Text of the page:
Alfriston Clergy House Walk (National Trust)

  • 4-5 miles, 2 to 2-and-a-half hours, moderate walking
  • pubs and tea rooms in Alfriston, and the picturesque Cricketers in Berwick and Rose Cottage Inn in Alciston, just off the main trail
  • accessible by bus

buscup of teahistoric attraction

This walk starts in Alfriston within the  South Downs National Park where you can also visit the National Trust’s first property, acquired in 1896,  the 14th century Alfriston Clergy House.  Heading north, you reach the downland village of Berwick where the cottage style Cricketers pub makes a good stop as does a visit to the church for a look at the murals by Bloomsbury Group artists. There are fine views later in the walk over Alfriston and the spire of St Andrew’s Church, known as the ‘Cathedral of the Downs’.

Nutley Windmill & A Walk Amongst Friends

Friends Clump Ashdown Forest

Friends Clump

A Walk Amongst Friends (Friends of Ashdown Forest, PDF)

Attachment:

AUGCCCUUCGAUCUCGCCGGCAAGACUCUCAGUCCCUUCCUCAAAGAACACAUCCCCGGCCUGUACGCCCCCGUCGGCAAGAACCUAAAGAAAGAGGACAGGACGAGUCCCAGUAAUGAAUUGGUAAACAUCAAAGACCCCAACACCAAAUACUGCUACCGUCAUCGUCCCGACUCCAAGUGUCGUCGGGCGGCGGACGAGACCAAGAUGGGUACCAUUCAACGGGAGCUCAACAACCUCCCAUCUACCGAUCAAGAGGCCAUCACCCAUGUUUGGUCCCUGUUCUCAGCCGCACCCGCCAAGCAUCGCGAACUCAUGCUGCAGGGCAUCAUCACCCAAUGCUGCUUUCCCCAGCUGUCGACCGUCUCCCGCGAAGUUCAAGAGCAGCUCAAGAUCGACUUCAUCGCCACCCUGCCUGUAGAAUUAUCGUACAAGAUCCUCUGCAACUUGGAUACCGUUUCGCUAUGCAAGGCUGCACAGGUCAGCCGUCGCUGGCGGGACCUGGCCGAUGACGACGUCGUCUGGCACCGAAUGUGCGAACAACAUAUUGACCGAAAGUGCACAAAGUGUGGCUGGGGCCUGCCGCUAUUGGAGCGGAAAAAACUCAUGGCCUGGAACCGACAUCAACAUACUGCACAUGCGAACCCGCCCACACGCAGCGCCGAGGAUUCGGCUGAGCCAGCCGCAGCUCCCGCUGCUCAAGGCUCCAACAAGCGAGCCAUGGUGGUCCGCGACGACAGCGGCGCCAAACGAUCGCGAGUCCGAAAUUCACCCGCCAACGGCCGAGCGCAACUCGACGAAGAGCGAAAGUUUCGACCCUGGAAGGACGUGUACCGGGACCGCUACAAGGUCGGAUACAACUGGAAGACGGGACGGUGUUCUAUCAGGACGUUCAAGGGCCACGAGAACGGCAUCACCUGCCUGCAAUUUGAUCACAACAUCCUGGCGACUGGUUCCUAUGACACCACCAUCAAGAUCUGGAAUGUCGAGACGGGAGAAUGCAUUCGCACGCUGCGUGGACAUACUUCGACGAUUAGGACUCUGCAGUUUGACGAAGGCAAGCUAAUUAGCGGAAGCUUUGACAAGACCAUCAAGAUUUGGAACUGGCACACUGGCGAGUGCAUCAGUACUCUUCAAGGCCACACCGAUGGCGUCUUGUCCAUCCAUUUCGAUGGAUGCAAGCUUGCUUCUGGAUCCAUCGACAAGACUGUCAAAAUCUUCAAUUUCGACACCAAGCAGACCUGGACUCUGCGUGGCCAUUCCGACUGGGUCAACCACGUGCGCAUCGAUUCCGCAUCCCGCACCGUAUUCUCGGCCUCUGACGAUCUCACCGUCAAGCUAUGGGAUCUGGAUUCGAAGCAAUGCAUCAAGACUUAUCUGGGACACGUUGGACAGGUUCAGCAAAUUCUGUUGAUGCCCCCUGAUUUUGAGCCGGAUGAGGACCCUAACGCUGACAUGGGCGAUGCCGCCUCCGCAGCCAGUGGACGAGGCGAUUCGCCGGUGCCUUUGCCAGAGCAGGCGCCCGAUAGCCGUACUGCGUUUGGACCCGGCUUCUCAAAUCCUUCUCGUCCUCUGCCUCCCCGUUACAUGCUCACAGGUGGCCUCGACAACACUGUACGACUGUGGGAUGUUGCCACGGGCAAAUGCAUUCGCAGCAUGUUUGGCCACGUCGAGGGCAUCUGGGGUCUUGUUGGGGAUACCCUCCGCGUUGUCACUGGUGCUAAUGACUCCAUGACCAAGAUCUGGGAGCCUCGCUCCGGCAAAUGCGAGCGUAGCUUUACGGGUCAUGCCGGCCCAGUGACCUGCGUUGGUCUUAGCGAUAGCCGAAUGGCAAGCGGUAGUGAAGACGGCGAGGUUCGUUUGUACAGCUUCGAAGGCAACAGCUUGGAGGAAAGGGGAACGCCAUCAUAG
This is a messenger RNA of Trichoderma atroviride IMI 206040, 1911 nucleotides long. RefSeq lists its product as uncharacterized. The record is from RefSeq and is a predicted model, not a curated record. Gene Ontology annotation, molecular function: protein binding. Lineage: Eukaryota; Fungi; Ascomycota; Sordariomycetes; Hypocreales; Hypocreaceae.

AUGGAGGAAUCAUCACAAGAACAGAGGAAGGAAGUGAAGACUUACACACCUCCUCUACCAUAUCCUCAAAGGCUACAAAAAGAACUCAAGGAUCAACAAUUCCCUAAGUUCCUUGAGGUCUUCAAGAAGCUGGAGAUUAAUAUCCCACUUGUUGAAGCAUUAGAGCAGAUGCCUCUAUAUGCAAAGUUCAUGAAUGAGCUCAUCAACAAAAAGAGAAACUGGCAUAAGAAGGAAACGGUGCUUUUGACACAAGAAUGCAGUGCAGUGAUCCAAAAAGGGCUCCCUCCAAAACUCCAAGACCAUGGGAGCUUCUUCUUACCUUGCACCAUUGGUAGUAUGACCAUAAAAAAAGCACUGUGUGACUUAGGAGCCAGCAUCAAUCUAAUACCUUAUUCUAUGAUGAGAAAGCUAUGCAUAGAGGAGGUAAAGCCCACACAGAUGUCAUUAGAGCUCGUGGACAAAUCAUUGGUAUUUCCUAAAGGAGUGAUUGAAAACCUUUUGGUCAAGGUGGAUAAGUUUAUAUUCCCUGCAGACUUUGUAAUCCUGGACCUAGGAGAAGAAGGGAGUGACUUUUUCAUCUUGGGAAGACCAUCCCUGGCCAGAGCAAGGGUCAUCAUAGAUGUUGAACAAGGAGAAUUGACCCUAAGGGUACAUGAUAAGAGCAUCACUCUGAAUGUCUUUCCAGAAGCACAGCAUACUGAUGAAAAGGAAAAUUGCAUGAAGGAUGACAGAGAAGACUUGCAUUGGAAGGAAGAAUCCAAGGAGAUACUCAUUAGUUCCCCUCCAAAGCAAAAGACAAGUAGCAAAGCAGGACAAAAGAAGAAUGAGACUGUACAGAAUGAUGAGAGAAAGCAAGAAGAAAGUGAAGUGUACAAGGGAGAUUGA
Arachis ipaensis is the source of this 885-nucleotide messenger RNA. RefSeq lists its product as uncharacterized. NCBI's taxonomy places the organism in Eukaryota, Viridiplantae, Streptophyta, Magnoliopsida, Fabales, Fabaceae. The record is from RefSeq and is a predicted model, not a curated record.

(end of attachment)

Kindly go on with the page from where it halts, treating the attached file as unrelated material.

• 1.7m, 2.8k
  • One steep climb back to Friends Clump

This short walk through heath and woodland, begins at  Friends Clump, one of Ashdown Forest’s iconic ‘clumps’. Clumps of Scots pines were first ordered to be planted here in 1825 by Elizabeth, Countess de la Warr, whose descendants owned the Forest until 1988. In 1973 The Friends of Ashdown Forest decided to commemorate the “Year of the Tree” by planting the Friends’ Clump, which is at the start of this walk. The Clumps are a prominent feature of the Ashdown Forest landscape and serve as useful markers for visitors.

The walk passes Nutley Windmill, a  fine example of the oldest post mill design, known since the 12th century. The mill is believed to be about 300 years old, and is occassionally open to visitors. Continuing through trees and then on to open heath, the  walk reaches the bottom of Millbrook Valley,   once the site of a Saxon iron smelting furnace, before a steep ascent back to the start.


Broadstone Amble, Ashdown Forest

Broadstone Amble Ashdown Forest

Broadstone Amble  (PDF, Friends of Ashdown Forest)

  • 1.8m, 3k
  • One longish but mostly gentle climb back to the ridge



This is walk 6 of the Exploring Ashdown Forest on Foot series of guides, with some fine views towards the North Downs. Starting from the Ashdown Forest Visitor Centre, this walk takes in all the best features of Ashdown Forest – wood, stream, heath and slope. In summer Broadstone Heath is home to characteristic breeding birds such as Dartford warbler, nightjar, stonechat and tree pipit, and deer are often to be seen here plus the odd adder or lizard.